Gov. Bobby Jindal says the Army Corps of Engineers is likely to open the Morganza spillway Saturday night or Sunday. Jindal says he spoke with Maj. Gen. Michael Walsh of the corps today and that a formal decision on whether to open the spillway on the Mississippi River north of Baton Rouge could come later today. “I’m confident in what they have told us that it is extremely likely that the spillway will be opened by tomorrow night, certainly by Sunday at the latest,” Jindal says. U.S. Sen. David Vitter says he also spoke with Walsh. Vitter says the corps plans to initially use about 21% of the capacity of the spillway, diverting about 125,000 cubic feet of water per second from the Mississippi. The corps has said the river’s flow is approaching 1.5 million cubic feet per second. The corps has recommended to the Mississippi River Commission, an oversight body, that the spillway be opened at that point. If Morganza is opened, water would flow 20 miles south into the Atchafalaya River. From there it would roll on to the Gulf of Mexico, flooding swamps and croplands. This will only be the second time the spillway has been opened.
In other news about the rising river:
— The Baton Rouge Area Chamber is urging Capital Region businesses to register with the Louisiana Business Emergency Operations Center at labeoc.org. Registered businesses can get news alerts and preparation tips, and have the opportunity to provide supplies and services and have a voice in the preparedness and recovery efforts. BRAC’s emergency preparation guidelines can be found at brac.org/emergencyprep.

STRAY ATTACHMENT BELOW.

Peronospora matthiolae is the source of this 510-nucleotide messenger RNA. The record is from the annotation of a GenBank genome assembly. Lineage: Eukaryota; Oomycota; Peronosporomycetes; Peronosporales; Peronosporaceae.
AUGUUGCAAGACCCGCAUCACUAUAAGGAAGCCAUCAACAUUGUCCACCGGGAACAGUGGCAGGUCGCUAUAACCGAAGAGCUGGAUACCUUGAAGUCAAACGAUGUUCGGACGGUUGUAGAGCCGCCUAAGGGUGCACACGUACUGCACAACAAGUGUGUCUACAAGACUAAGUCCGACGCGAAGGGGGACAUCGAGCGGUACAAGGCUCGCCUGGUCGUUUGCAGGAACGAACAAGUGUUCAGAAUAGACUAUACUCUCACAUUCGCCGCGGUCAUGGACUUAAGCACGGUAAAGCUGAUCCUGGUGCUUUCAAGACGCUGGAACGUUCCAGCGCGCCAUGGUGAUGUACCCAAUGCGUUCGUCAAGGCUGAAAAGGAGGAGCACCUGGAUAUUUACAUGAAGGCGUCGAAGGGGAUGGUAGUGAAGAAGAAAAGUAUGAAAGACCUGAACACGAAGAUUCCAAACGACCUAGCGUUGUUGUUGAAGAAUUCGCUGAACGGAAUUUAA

— Exxon has shut three segments of crude oil pipelines near Baton Rouge, acting out of concern for flooding, according to Reuters. The segments, which transport crude oil to Exxon’s Baton Rouge refinery and Alon’s plant in Krotz Springs, have been shut down and filled with water until the waters recede.
— Oil refiners along the Mississippi River are considering diverting barges to the Louisiana Offshore Oil Port, located offshore at Port Fourchon. This would allow the crude oil to be unloaded and transported by pipeline to oil terminals in New Orleans.
—FEMA is urging people to prepare for flooding by making a plan and keeping flood insurance documents safe in a waterproof container. For information, click here.
—The high river waters are causing some wild animals to flee. If you find any displaced animal, contact the Louisiana Wildlife Rehabilitators Association at (888) 308-3922.